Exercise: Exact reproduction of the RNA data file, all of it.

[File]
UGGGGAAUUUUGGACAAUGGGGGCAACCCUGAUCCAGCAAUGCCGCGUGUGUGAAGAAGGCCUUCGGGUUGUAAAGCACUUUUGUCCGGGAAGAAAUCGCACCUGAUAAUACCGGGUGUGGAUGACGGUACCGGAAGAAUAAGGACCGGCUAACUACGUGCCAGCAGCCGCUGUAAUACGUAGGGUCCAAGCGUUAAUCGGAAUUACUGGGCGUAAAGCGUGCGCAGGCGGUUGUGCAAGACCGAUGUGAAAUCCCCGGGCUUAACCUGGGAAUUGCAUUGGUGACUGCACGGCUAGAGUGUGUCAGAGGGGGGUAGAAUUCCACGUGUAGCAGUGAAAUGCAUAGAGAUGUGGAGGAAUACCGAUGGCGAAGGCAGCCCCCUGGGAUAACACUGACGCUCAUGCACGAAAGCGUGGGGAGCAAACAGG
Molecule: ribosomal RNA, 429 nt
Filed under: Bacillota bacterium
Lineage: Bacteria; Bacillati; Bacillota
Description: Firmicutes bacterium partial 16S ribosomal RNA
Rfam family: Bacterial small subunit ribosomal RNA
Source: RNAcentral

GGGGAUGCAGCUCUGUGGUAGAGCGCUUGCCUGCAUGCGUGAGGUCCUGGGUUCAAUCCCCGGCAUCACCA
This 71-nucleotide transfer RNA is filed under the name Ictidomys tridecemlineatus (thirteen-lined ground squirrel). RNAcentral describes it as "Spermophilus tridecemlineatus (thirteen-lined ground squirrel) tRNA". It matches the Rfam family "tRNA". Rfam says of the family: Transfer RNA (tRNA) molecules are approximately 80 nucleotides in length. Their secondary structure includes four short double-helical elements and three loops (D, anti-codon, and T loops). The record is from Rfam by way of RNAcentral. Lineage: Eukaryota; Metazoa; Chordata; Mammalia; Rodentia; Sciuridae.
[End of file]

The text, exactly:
UGGGGAAUUUUGGACAAUGGGGGCAACCCUGAUCCAGCAAUGCCGCGUGUGUGAAGAAGGCCUUCGGGUUGUAAAGCACUUUUGUCCGGGAAGAAAUCGCACCUGAUAAUACCGGGUGUGGAUGACGGUACCGGAAGAAUAAGGACCGGCUAACUACGUGCCAGCAGCCGCUGUAAUACGUAGGGUCCAAGCGUUAAUCGGAAUUACUGGGCGUAAAGCGUGCGCAGGCGGUUGUGCAAGACCGAUGUGAAAUCCCCGGGCUUAACCUGGGAAUUGCAUUGGUGACUGCACGGCUAGAGUGUGUCAGAGGGGGGUAGAAUUCCACGUGUAGCAGUGAAAUGCAUAGAGAUGUGGAGGAAUACCGAUGGCGAAGGCAGCCCCCUGGGAUAACACUGACGCUCAUGCACGAAAGCGUGGGGAGCAAACAGG
Molecule: ribosomal RNA, 429 nt
Filed under: Bacillota bacterium
Lineage: Bacteria; Bacillati; Bacillota
Description: Firmicutes bacterium partial 16S ribosomal RNA
Rfam family: Bacterial small subunit ribosomal RNA
Source: RNAcentral

GGGGAUGCAGCUCUGUGGUAGAGCGCUUGCCUGCAUGCGUGAGGUCCUGGGUUCAAUCCCCGGCAUCACCA
This 71-nucleotide transfer RNA is filed under the name Ictidomys tridecemlineatus (thirteen-lined ground squirrel). RNAcentral describes it as "Spermophilus tridecemlineatus (thirteen-lined ground squirrel) tRNA". It matches the Rfam family "tRNA". Rfam says of the family: Transfer RNA (tRNA) molecules are approximately 80 nucleotides in length. Their secondary structure includes four short double-helical elements and three loops (D, anti-codon, and T loops). The record is from Rfam by way of RNAcentral. Lineage: Eukaryota; Metazoa; Chordata; Mammalia; Rodentia; Sciuridae.